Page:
### Learning ideas

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closed account (o1vk4iN6)
That's my point, you can create a 2D gaming using the same 3D matrix algebra, simply setting z = 0. You can't tell how something is done without looking at the code so generalizing a 2D game as beginner only because it is 2D is flawed.
xerzi wrote:
That's my point, you can create a 2D gaming using the same 3D matrix algebra, simply setting z = 0. You can't tell how something is done without looking at the code so generalizing a 2D game as beginner only because it is 2D is flawed.

I never said 2D games in general or period, my exact words were SIMPLE 2D games.

If you are using 3D matrix algebra then it is no longer a simple game as 3D matrix algebra isn't a simple matter. Though I do love how you seem to argue your point by generalizing your comments and somehow generalizing my comment. Simple 2D games are Pong, Breakout, Tetris, Super Mario Bros, and such. I would say any 2D game that requires 3D math would not be simple anymore (even if it was a clone of those above games).
closed account (o1vk4iN6)
So you are saying a simple game like pong is beginner but the same game using the same techniques but simply adding z and setting it to 0 is different and somehow makes it not beginner ? "3D math" I had a laugh. So normalizing a vector2 and vector3 are different somehow which require more ski11z.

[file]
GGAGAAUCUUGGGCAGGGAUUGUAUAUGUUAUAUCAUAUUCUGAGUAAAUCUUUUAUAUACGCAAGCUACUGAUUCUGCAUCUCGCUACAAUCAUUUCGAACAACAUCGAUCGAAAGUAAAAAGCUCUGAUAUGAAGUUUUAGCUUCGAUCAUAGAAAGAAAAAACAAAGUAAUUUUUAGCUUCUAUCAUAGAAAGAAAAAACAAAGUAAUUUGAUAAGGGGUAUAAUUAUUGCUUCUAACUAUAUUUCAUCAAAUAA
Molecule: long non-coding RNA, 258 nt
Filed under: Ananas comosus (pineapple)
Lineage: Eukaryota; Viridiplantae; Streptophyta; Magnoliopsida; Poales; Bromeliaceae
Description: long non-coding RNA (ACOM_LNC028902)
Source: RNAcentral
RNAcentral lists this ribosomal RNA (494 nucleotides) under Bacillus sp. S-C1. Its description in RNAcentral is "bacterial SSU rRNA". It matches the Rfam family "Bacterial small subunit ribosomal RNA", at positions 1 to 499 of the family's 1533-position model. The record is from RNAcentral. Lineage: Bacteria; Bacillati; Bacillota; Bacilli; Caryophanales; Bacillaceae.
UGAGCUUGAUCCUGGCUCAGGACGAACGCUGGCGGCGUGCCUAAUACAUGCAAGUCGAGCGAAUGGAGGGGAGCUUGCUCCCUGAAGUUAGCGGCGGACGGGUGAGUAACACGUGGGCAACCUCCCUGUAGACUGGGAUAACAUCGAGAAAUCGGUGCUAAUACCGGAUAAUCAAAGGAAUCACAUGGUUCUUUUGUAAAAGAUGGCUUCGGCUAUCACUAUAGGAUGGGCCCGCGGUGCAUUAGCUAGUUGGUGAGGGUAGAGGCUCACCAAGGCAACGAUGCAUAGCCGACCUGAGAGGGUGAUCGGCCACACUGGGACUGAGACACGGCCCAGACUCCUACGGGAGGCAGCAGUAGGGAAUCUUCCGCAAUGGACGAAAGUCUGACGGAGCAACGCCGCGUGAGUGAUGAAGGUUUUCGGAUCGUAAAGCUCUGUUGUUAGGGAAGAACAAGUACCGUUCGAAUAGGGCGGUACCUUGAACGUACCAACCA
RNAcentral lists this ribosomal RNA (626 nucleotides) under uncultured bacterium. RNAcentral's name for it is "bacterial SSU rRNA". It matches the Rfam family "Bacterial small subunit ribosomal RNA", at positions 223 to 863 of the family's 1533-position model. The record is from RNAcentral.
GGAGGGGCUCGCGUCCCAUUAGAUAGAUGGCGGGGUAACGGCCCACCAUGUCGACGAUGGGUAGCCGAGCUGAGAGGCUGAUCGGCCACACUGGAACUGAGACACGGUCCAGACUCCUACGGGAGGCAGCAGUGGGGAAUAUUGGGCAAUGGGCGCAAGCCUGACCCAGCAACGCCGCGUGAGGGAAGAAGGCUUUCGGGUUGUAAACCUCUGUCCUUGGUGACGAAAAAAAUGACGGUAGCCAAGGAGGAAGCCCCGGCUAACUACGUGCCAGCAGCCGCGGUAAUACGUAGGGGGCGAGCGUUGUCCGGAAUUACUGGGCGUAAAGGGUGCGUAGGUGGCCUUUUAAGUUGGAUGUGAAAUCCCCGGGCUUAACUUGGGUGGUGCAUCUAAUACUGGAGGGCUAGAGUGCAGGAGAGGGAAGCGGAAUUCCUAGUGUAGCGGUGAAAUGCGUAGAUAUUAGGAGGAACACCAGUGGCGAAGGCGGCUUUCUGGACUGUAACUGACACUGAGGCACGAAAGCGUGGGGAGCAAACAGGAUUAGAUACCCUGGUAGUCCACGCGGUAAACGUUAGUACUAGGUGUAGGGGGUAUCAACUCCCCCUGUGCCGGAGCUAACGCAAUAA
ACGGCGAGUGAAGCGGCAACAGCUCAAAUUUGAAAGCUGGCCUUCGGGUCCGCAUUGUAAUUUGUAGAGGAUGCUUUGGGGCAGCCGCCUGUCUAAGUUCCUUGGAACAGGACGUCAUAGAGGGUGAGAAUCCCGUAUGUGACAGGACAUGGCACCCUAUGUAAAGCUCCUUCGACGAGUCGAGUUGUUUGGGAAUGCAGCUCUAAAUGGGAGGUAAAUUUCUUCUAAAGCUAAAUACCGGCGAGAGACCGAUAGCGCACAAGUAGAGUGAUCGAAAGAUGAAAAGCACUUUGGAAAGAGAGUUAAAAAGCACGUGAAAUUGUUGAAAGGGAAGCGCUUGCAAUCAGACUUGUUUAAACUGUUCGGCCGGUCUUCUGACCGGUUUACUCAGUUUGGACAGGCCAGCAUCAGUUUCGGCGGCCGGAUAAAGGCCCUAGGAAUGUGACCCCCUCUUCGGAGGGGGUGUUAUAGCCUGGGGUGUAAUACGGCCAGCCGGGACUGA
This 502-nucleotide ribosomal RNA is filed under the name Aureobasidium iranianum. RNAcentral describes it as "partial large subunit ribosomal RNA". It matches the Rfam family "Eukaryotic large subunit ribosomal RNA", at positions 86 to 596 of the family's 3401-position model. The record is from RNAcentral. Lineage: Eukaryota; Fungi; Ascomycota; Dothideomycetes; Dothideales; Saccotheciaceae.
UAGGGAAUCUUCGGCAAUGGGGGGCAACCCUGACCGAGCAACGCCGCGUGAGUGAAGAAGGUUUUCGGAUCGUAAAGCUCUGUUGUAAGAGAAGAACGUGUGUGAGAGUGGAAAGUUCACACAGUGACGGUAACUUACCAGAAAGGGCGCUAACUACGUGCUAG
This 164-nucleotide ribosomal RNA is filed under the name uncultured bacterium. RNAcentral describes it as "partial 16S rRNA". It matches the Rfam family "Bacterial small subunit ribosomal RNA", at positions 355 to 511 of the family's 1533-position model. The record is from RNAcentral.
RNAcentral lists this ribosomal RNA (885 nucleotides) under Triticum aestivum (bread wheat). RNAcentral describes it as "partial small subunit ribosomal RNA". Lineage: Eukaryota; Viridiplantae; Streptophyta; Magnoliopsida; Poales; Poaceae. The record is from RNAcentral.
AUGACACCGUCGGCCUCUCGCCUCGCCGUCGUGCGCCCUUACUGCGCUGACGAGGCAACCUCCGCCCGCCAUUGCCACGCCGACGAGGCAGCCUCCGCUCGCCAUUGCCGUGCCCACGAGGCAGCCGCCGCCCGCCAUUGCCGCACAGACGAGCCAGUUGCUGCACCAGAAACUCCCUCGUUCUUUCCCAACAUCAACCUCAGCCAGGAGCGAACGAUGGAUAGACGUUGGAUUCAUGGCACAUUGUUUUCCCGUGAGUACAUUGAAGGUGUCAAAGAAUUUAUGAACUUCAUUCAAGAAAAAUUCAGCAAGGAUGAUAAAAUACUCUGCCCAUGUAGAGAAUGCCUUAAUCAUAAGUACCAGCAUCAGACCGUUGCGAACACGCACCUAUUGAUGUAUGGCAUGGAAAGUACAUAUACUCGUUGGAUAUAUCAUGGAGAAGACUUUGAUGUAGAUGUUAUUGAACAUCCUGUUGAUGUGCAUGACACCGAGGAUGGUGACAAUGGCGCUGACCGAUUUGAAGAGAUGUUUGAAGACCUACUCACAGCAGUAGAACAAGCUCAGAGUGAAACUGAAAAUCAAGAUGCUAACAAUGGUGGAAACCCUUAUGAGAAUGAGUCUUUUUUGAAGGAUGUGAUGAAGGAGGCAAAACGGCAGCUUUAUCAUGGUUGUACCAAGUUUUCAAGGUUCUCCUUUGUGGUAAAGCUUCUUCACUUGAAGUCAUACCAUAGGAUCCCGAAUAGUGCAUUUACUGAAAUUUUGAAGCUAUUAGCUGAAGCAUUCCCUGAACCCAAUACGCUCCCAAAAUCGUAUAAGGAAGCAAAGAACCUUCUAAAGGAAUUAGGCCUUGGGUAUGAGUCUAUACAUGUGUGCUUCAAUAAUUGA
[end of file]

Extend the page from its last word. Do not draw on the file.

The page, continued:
Must every disagreement devolve into a pointless semantical argument?
I think I would describe it as a semantic argument. Semantical wastes a whole syllable. Perhaps it's more advanced because it has more syllables?
You know what wastes even more syllables? This conversation.
closed account (o1vk4iN6)
There are only so many conversations to burn time in the day until they don't burn enough time.
Well you can argue semantics all you want, but I've yet to find a site that says normalizing a vector is for a beginner. In my college courses we didn't even touch normalizing vectors or 3D math until after we did Algebra, Calculus, and Physics (then we did math for computer programmers and discrete math). They were set in order and couldn't be skipped so you had to do them in that order (though the calculus course had calc and trig).
I think you people are straying from the subject.

I've always found algorithms and data structures (they're closely related) to be a perfect way to get better at programming (functionally, anyway). They're well-documented and often easy to compare performance.

Start with something easy, like a Dijkstra's algorithm with various implementations of the Priority Queue at the basis of the algorithm. Start with a linear search, then a sorted list, then Heaps.
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